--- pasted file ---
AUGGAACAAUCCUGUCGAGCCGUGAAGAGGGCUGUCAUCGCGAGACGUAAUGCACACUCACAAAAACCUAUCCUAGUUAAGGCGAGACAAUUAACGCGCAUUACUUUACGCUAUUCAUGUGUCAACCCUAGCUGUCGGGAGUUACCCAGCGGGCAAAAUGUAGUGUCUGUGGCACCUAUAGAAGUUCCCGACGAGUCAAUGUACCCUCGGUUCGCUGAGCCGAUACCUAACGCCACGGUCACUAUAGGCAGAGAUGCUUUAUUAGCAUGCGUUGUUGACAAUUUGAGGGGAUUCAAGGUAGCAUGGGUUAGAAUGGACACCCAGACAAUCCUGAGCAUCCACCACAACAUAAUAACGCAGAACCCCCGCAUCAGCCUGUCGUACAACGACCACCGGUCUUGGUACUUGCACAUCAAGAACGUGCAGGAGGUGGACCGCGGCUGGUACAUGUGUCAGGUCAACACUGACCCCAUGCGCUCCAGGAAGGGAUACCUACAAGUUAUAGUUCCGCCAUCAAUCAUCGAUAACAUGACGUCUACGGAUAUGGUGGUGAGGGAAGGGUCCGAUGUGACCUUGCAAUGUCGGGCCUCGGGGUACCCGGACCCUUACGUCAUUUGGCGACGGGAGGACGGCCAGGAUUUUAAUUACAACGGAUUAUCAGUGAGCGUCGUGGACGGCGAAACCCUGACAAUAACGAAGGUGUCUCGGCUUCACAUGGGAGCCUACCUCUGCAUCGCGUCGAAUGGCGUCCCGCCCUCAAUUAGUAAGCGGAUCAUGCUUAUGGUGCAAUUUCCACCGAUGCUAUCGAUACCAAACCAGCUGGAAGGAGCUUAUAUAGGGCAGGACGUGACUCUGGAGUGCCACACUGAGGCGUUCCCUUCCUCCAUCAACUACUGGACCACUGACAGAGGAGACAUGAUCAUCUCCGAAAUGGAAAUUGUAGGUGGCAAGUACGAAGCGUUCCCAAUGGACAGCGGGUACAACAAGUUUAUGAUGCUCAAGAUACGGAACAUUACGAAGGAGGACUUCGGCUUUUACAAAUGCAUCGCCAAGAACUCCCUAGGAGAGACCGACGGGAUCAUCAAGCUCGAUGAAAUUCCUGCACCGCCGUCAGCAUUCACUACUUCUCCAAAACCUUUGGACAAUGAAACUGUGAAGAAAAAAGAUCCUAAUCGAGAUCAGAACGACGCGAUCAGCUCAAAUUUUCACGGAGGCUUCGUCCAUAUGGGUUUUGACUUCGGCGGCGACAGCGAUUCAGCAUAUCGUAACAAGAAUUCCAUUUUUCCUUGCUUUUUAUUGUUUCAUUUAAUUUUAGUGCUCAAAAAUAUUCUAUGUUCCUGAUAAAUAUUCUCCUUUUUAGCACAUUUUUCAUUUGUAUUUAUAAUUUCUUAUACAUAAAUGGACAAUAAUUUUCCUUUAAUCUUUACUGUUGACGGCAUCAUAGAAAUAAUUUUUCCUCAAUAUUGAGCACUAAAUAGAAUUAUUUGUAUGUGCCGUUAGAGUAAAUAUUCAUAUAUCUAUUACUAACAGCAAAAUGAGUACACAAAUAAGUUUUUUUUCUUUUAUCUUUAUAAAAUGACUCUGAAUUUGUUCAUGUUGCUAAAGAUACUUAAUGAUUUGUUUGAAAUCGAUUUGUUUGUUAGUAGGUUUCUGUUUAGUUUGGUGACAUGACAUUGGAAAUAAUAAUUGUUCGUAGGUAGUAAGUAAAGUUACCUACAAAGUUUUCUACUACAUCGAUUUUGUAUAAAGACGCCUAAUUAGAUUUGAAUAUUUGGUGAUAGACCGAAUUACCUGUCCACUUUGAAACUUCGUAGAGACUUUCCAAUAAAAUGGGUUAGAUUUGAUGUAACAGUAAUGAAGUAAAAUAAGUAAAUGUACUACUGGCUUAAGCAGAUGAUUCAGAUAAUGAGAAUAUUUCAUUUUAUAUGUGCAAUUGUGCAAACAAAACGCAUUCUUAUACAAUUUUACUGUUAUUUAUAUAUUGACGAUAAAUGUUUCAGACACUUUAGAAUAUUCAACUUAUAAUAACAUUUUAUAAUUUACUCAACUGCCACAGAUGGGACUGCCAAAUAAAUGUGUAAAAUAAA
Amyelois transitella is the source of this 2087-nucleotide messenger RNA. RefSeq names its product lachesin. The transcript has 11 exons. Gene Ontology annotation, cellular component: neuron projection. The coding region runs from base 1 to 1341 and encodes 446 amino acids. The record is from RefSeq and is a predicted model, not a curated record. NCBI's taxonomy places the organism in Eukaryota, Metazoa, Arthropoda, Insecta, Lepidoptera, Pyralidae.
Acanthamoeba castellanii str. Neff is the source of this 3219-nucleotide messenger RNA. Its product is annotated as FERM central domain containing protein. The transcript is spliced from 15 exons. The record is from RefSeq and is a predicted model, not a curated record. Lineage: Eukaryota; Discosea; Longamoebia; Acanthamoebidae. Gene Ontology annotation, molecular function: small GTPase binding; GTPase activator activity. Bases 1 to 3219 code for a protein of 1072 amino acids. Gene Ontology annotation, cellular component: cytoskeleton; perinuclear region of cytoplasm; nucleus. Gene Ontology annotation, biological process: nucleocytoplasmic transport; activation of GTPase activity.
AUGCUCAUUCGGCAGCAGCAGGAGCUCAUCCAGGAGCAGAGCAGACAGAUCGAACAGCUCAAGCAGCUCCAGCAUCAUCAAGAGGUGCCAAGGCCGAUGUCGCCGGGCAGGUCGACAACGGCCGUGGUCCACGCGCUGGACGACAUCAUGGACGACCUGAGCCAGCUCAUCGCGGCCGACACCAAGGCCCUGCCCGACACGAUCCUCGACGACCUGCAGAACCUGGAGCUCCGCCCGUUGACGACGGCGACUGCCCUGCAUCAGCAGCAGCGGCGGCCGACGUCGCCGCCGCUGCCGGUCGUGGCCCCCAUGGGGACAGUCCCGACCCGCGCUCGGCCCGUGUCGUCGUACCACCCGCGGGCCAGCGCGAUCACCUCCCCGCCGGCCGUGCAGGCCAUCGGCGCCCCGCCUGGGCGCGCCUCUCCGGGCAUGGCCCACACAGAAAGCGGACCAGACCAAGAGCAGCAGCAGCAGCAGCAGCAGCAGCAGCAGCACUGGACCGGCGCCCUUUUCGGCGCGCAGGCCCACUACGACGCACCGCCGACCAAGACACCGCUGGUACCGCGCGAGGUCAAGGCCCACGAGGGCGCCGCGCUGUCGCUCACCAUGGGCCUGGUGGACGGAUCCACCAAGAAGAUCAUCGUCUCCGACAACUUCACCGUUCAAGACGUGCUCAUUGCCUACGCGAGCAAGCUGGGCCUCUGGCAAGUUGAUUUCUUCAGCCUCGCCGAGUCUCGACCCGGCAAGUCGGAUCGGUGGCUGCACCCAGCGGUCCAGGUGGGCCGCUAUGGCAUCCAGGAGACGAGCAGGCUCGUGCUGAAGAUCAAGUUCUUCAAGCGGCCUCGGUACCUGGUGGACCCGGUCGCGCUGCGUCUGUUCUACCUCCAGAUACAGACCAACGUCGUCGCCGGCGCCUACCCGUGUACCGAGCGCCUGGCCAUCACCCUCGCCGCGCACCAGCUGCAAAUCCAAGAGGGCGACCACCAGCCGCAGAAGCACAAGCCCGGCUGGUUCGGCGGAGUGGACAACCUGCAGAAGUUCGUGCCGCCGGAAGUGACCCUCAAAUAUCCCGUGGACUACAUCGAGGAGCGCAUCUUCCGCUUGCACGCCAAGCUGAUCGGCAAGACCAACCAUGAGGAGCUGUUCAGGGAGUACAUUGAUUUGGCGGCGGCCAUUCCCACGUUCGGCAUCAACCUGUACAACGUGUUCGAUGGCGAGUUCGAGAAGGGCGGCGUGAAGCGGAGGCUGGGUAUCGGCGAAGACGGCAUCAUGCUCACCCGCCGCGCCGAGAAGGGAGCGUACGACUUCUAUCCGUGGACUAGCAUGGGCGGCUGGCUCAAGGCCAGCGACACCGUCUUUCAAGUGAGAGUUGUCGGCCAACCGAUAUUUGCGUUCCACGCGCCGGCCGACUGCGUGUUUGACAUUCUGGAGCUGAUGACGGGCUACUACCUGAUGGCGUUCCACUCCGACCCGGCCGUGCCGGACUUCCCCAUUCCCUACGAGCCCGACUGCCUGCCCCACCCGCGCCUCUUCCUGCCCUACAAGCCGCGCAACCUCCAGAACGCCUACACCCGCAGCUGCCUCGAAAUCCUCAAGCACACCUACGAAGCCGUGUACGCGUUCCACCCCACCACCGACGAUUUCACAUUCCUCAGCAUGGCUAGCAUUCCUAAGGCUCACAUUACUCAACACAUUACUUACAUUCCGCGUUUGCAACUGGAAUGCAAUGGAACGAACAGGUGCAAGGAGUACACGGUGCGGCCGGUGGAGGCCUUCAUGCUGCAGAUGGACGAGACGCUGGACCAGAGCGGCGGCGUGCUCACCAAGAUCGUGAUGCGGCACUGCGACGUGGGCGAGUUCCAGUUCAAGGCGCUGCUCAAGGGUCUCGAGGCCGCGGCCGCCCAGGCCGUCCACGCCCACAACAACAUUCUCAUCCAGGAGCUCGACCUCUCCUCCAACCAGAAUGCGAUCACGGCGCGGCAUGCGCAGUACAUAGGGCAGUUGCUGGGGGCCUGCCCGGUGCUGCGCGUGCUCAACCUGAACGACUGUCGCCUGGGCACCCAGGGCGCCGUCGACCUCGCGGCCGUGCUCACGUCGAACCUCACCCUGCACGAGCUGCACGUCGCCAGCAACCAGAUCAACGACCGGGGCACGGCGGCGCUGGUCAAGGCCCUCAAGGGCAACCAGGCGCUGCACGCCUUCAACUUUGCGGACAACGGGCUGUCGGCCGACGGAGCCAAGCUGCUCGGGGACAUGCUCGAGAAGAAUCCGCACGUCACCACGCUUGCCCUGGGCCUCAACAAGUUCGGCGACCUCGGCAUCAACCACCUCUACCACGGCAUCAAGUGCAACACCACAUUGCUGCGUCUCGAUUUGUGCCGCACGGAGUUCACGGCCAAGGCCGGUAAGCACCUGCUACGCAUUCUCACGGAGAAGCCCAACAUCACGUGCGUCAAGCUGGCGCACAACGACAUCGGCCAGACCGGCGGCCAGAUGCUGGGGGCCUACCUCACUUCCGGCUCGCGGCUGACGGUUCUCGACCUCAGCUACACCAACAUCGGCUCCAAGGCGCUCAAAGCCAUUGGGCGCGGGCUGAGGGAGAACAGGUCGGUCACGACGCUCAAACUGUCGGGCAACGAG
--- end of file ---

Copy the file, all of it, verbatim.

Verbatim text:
AUGGAACAAUCCUGUCGAGCCGUGAAGAGGGCUGUCAUCGCGAGACGUAAUGCACACUCACAAAAACCUAUCCUAGUUAAGGCGAGACAAUUAACGCGCAUUACUUUACGCUAUUCAUGUGUCAACCCUAGCUGUCGGGAGUUACCCAGCGGGCAAAAUGUAGUGUCUGUGGCACCUAUAGAAGUUCCCGACGAGUCAAUGUACCCUCGGUUCGCUGAGCCGAUACCUAACGCCACGGUCACUAUAGGCAGAGAUGCUUUAUUAGCAUGCGUUGUUGACAAUUUGAGGGGAUUCAAGGUAGCAUGGGUUAGAAUGGACACCCAGACAAUCCUGAGCAUCCACCACAACAUAAUAACGCAGAACCCCCGCAUCAGCCUGUCGUACAACGACCACCGGUCUUGGUACUUGCACAUCAAGAACGUGCAGGAGGUGGACCGCGGCUGGUACAUGUGUCAGGUCAACACUGACCCCAUGCGCUCCAGGAAGGGAUACCUACAAGUUAUAGUUCCGCCAUCAAUCAUCGAUAACAUGACGUCUACGGAUAUGGUGGUGAGGGAAGGGUCCGAUGUGACCUUGCAAUGUCGGGCCUCGGGGUACCCGGACCCUUACGUCAUUUGGCGACGGGAGGACGGCCAGGAUUUUAAUUACAACGGAUUAUCAGUGAGCGUCGUGGACGGCGAAACCCUGACAAUAACGAAGGUGUCUCGGCUUCACAUGGGAGCCUACCUCUGCAUCGCGUCGAAUGGCGUCCCGCCCUCAAUUAGUAAGCGGAUCAUGCUUAUGGUGCAAUUUCCACCGAUGCUAUCGAUACCAAACCAGCUGGAAGGAGCUUAUAUAGGGCAGGACGUGACUCUGGAGUGCCACACUGAGGCGUUCCCUUCCUCCAUCAACUACUGGACCACUGACAGAGGAGACAUGAUCAUCUCCGAAAUGGAAAUUGUAGGUGGCAAGUACGAAGCGUUCCCAAUGGACAGCGGGUACAACAAGUUUAUGAUGCUCAAGAUACGGAACAUUACGAAGGAGGACUUCGGCUUUUACAAAUGCAUCGCCAAGAACUCCCUAGGAGAGACCGACGGGAUCAUCAAGCUCGAUGAAAUUCCUGCACCGCCGUCAGCAUUCACUACUUCUCCAAAACCUUUGGACAAUGAAACUGUGAAGAAAAAAGAUCCUAAUCGAGAUCAGAACGACGCGAUCAGCUCAAAUUUUCACGGAGGCUUCGUCCAUAUGGGUUUUGACUUCGGCGGCGACAGCGAUUCAGCAUAUCGUAACAAGAAUUCCAUUUUUCCUUGCUUUUUAUUGUUUCAUUUAAUUUUAGUGCUCAAAAAUAUUCUAUGUUCCUGAUAAAUAUUCUCCUUUUUAGCACAUUUUUCAUUUGUAUUUAUAAUUUCUUAUACAUAAAUGGACAAUAAUUUUCCUUUAAUCUUUACUGUUGACGGCAUCAUAGAAAUAAUUUUUCCUCAAUAUUGAGCACUAAAUAGAAUUAUUUGUAUGUGCCGUUAGAGUAAAUAUUCAUAUAUCUAUUACUAACAGCAAAAUGAGUACACAAAUAAGUUUUUUUUCUUUUAUCUUUAUAAAAUGACUCUGAAUUUGUUCAUGUUGCUAAAGAUACUUAAUGAUUUGUUUGAAAUCGAUUUGUUUGUUAGUAGGUUUCUGUUUAGUUUGGUGACAUGACAUUGGAAAUAAUAAUUGUUCGUAGGUAGUAAGUAAAGUUACCUACAAAGUUUUCUACUACAUCGAUUUUGUAUAAAGACGCCUAAUUAGAUUUGAAUAUUUGGUGAUAGACCGAAUUACCUGUCCACUUUGAAACUUCGUAGAGACUUUCCAAUAAAAUGGGUUAGAUUUGAUGUAACAGUAAUGAAGUAAAAUAAGUAAAUGUACUACUGGCUUAAGCAGAUGAUUCAGAUAAUGAGAAUAUUUCAUUUUAUAUGUGCAAUUGUGCAAACAAAACGCAUUCUUAUACAAUUUUACUGUUAUUUAUAUAUUGACGAUAAAUGUUUCAGACACUUUAGAAUAUUCAACUUAUAAUAACAUUUUAUAAUUUACUCAACUGCCACAGAUGGGACUGCCAAAUAAAUGUGUAAAAUAAA
Amyelois transitella is the source of this 2087-nucleotide messenger RNA. RefSeq names its product lachesin. The transcript has 11 exons. Gene Ontology annotation, cellular component: neuron projection. The coding region runs from base 1 to 1341 and encodes 446 amino acids. The record is from RefSeq and is a predicted model, not a curated record. NCBI's taxonomy places the organism in Eukaryota, Metazoa, Arthropoda, Insecta, Lepidoptera, Pyralidae.
Acanthamoeba castellanii str. Neff is the source of this 3219-nucleotide messenger RNA. Its product is annotated as FERM central domain containing protein. The transcript is spliced from 15 exons. The record is from RefSeq and is a predicted model, not a curated record. Lineage: Eukaryota; Discosea; Longamoebia; Acanthamoebidae. Gene Ontology annotation, molecular function: small GTPase binding; GTPase activator activity. Bases 1 to 3219 code for a protein of 1072 amino acids. Gene Ontology annotation, cellular component: cytoskeleton; perinuclear region of cytoplasm; nucleus. Gene Ontology annotation, biological process: nucleocytoplasmic transport; activation of GTPase activity.
AUGCUCAUUCGGCAGCAGCAGGAGCUCAUCCAGGAGCAGAGCAGACAGAUCGAACAGCUCAAGCAGCUCCAGCAUCAUCAAGAGGUGCCAAGGCCGAUGUCGCCGGGCAGGUCGACAACGGCCGUGGUCCACGCGCUGGACGACAUCAUGGACGACCUGAGCCAGCUCAUCGCGGCCGACACCAAGGCCCUGCCCGACACGAUCCUCGACGACCUGCAGAACCUGGAGCUCCGCCCGUUGACGACGGCGACUGCCCUGCAUCAGCAGCAGCGGCGGCCGACGUCGCCGCCGCUGCCGGUCGUGGCCCCCAUGGGGACAGUCCCGACCCGCGCUCGGCCCGUGUCGUCGUACCACCCGCGGGCCAGCGCGAUCACCUCCCCGCCGGCCGUGCAGGCCAUCGGCGCCCCGCCUGGGCGCGCCUCUCCGGGCAUGGCCCACACAGAAAGCGGACCAGACCAAGAGCAGCAGCAGCAGCAGCAGCAGCAGCAGCAGCACUGGACCGGCGCCCUUUUCGGCGCGCAGGCCCACUACGACGCACCGCCGACCAAGACACCGCUGGUACCGCGCGAGGUCAAGGCCCACGAGGGCGCCGCGCUGUCGCUCACCAUGGGCCUGGUGGACGGAUCCACCAAGAAGAUCAUCGUCUCCGACAACUUCACCGUUCAAGACGUGCUCAUUGCCUACGCGAGCAAGCUGGGCCUCUGGCAAGUUGAUUUCUUCAGCCUCGCCGAGUCUCGACCCGGCAAGUCGGAUCGGUGGCUGCACCCAGCGGUCCAGGUGGGCCGCUAUGGCAUCCAGGAGACGAGCAGGCUCGUGCUGAAGAUCAAGUUCUUCAAGCGGCCUCGGUACCUGGUGGACCCGGUCGCGCUGCGUCUGUUCUACCUCCAGAUACAGACCAACGUCGUCGCCGGCGCCUACCCGUGUACCGAGCGCCUGGCCAUCACCCUCGCCGCGCACCAGCUGCAAAUCCAAGAGGGCGACCACCAGCCGCAGAAGCACAAGCCCGGCUGGUUCGGCGGAGUGGACAACCUGCAGAAGUUCGUGCCGCCGGAAGUGACCCUCAAAUAUCCCGUGGACUACAUCGAGGAGCGCAUCUUCCGCUUGCACGCCAAGCUGAUCGGCAAGACCAACCAUGAGGAGCUGUUCAGGGAGUACAUUGAUUUGGCGGCGGCCAUUCCCACGUUCGGCAUCAACCUGUACAACGUGUUCGAUGGCGAGUUCGAGAAGGGCGGCGUGAAGCGGAGGCUGGGUAUCGGCGAAGACGGCAUCAUGCUCACCCGCCGCGCCGAGAAGGGAGCGUACGACUUCUAUCCGUGGACUAGCAUGGGCGGCUGGCUCAAGGCCAGCGACACCGUCUUUCAAGUGAGAGUUGUCGGCCAACCGAUAUUUGCGUUCCACGCGCCGGCCGACUGCGUGUUUGACAUUCUGGAGCUGAUGACGGGCUACUACCUGAUGGCGUUCCACUCCGACCCGGCCGUGCCGGACUUCCCCAUUCCCUACGAGCCCGACUGCCUGCCCCACCCGCGCCUCUUCCUGCCCUACAAGCCGCGCAACCUCCAGAACGCCUACACCCGCAGCUGCCUCGAAAUCCUCAAGCACACCUACGAAGCCGUGUACGCGUUCCACCCCACCACCGACGAUUUCACAUUCCUCAGCAUGGCUAGCAUUCCUAAGGCUCACAUUACUCAACACAUUACUUACAUUCCGCGUUUGCAACUGGAAUGCAAUGGAACGAACAGGUGCAAGGAGUACACGGUGCGGCCGGUGGAGGCCUUCAUGCUGCAGAUGGACGAGACGCUGGACCAGAGCGGCGGCGUGCUCACCAAGAUCGUGAUGCGGCACUGCGACGUGGGCGAGUUCCAGUUCAAGGCGCUGCUCAAGGGUCUCGAGGCCGCGGCCGCCCAGGCCGUCCACGCCCACAACAACAUUCUCAUCCAGGAGCUCGACCUCUCCUCCAACCAGAAUGCGAUCACGGCGCGGCAUGCGCAGUACAUAGGGCAGUUGCUGGGGGCCUGCCCGGUGCUGCGCGUGCUCAACCUGAACGACUGUCGCCUGGGCACCCAGGGCGCCGUCGACCUCGCGGCCGUGCUCACGUCGAACCUCACCCUGCACGAGCUGCACGUCGCCAGCAACCAGAUCAACGACCGGGGCACGGCGGCGCUGGUCAAGGCCCUCAAGGGCAACCAGGCGCUGCACGCCUUCAACUUUGCGGACAACGGGCUGUCGGCCGACGGAGCCAAGCUGCUCGGGGACAUGCUCGAGAAGAAUCCGCACGUCACCACGCUUGCCCUGGGCCUCAACAAGUUCGGCGACCUCGGCAUCAACCACCUCUACCACGGCAUCAAGUGCAACACCACAUUGCUGCGUCUCGAUUUGUGCCGCACGGAGUUCACGGCCAAGGCCGGUAAGCACCUGCUACGCAUUCUCACGGAGAAGCCCAACAUCACGUGCGUCAAGCUGGCGCACAACGACAUCGGCCAGACCGGCGGCCAGAUGCUGGGGGCCUACCUCACUUCCGGCUCGCGGCUGACGGUUCUCGACCUCAGCUACACCAACAUCGGCUCCAAGGCGCUCAAAGCCAUUGGGCGCGGGCUGAGGGAGAACAGGUCGGUCACGACGCUCAAACUGUCGGGCAACGAG